Van Wyck Brooks -The Saviour of American Literature

Steve Newman Writer
5 min readJul 20, 2018


Van Wyck Brooks. Image: University of Arizona

Today we read writers like Fennimore Cooper, Mark Twain, Herman Melville, Walt Whitman, Nathaniel Hawthorne, Stephen Crane, Bret Harte, Louisa May Alcott and Theodore Dreiser as if they have always been there. And if we haven’t read them we have at least heard of them. The point is they would not have been available to read without the work of one man, one American, Van Wyck Brooks.

Brooks was born in Plainfield, New Jersey, on February 16th 1886, which, in that year, was no longer the small backwater it had been, but a thriving, bustling New York commuter dormitory, which didn’t suit people like Van Wyck’s mother, Sallie Brooks, who thought it unnecessary and rather common.

As James Hoopes reminds us in his 1977 biography:

“ Sallie Brooks never questioned her own qualifications as an arbiter of American taste and culture, and it would have been surprising if she had done so, with her secure upper-class childhood and ancestry that was, as she understood the word, impeccably American. Consciously proud of her Dutch and English forebears, she was quick to join the ‘Daughters of the American Revolution’ when the organization was founded in the 1890s.”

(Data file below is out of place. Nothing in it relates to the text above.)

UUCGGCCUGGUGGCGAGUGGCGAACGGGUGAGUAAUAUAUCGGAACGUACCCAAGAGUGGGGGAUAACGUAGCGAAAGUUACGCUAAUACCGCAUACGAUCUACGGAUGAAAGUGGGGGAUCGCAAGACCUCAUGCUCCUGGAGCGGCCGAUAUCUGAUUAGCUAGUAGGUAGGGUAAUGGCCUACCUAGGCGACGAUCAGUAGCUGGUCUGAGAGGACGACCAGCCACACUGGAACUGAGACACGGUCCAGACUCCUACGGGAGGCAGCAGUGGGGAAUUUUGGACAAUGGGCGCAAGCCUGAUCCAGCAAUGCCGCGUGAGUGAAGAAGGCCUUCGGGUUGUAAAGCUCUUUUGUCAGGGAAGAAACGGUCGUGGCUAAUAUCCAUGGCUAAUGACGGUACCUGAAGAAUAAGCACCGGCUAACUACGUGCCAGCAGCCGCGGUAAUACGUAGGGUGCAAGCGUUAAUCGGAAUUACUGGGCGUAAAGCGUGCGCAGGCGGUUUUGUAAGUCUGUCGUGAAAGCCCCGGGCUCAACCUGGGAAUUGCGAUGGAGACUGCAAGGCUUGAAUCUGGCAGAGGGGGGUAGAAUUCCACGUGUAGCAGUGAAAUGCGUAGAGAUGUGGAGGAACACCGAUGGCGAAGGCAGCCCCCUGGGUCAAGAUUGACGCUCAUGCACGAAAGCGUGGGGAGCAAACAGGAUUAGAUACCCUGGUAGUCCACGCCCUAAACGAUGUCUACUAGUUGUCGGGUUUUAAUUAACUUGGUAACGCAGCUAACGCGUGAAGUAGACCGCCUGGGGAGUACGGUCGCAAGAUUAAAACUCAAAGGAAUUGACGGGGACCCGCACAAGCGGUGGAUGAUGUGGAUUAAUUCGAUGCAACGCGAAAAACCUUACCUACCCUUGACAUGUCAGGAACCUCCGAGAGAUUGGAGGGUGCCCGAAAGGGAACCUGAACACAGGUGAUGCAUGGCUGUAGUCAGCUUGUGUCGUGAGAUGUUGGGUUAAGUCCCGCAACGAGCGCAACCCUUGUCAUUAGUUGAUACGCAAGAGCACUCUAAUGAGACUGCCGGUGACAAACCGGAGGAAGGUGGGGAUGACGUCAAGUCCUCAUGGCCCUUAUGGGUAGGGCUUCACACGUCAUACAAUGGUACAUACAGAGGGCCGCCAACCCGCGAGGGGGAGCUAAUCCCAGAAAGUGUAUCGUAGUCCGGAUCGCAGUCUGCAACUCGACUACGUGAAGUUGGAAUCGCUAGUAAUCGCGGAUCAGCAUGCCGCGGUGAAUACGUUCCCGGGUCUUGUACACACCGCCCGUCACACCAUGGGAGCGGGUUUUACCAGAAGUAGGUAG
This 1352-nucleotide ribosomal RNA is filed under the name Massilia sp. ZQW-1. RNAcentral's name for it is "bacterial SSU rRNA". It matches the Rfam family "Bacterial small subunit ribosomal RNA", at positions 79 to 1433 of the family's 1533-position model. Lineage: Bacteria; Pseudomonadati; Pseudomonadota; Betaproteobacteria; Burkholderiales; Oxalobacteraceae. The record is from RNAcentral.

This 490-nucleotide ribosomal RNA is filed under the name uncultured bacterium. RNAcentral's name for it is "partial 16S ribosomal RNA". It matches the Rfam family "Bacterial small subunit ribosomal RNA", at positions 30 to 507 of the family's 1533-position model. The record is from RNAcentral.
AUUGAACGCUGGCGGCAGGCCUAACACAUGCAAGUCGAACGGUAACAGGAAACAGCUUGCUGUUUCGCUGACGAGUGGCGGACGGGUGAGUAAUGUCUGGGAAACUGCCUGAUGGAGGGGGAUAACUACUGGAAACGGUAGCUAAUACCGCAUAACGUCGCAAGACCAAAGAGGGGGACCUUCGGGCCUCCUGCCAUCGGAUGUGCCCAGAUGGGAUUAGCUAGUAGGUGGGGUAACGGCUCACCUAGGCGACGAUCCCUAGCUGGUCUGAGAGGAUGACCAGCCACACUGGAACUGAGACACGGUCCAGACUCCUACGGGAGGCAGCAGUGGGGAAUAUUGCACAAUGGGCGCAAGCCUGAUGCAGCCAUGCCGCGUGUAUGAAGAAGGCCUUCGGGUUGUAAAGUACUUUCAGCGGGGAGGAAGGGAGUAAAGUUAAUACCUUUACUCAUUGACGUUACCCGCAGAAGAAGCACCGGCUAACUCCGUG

The first of Sallie Brooks’ ancestors to settle in America, some seven generations before the birth of Van Wyck, was Cornelius Barente Van Wyck, who settled in New Amsterdam in 1659, with his descendants becoming prosperous Long Island farming gentry, with two of his great-grandsons fighting as generals with the American Army during the Revolutionary Wars. One of the general’s sisters, Altje Van Brooks, married a colonel, John Bailey, who was of English descent. One of their sons, Theodorus, became a senator, with another, William, becoming — by marrying into the Platt family — a wealthy land owner.

His son, Theodore, became an admiral in the American Navy, and was second-in-command at New Orleans when the Union took that city’s surrender in the Civil War. John Bailey, the brother of the landowner, was Sallie’s grandfather who “…married a poet, Emily Thurber, who bore him three sons (two of whom perished in the Civil War) and in 1832 a daughter, Phebe, who became Sallie’s mother.”

Steve Newman Writer

Playwright and Freelance Writer…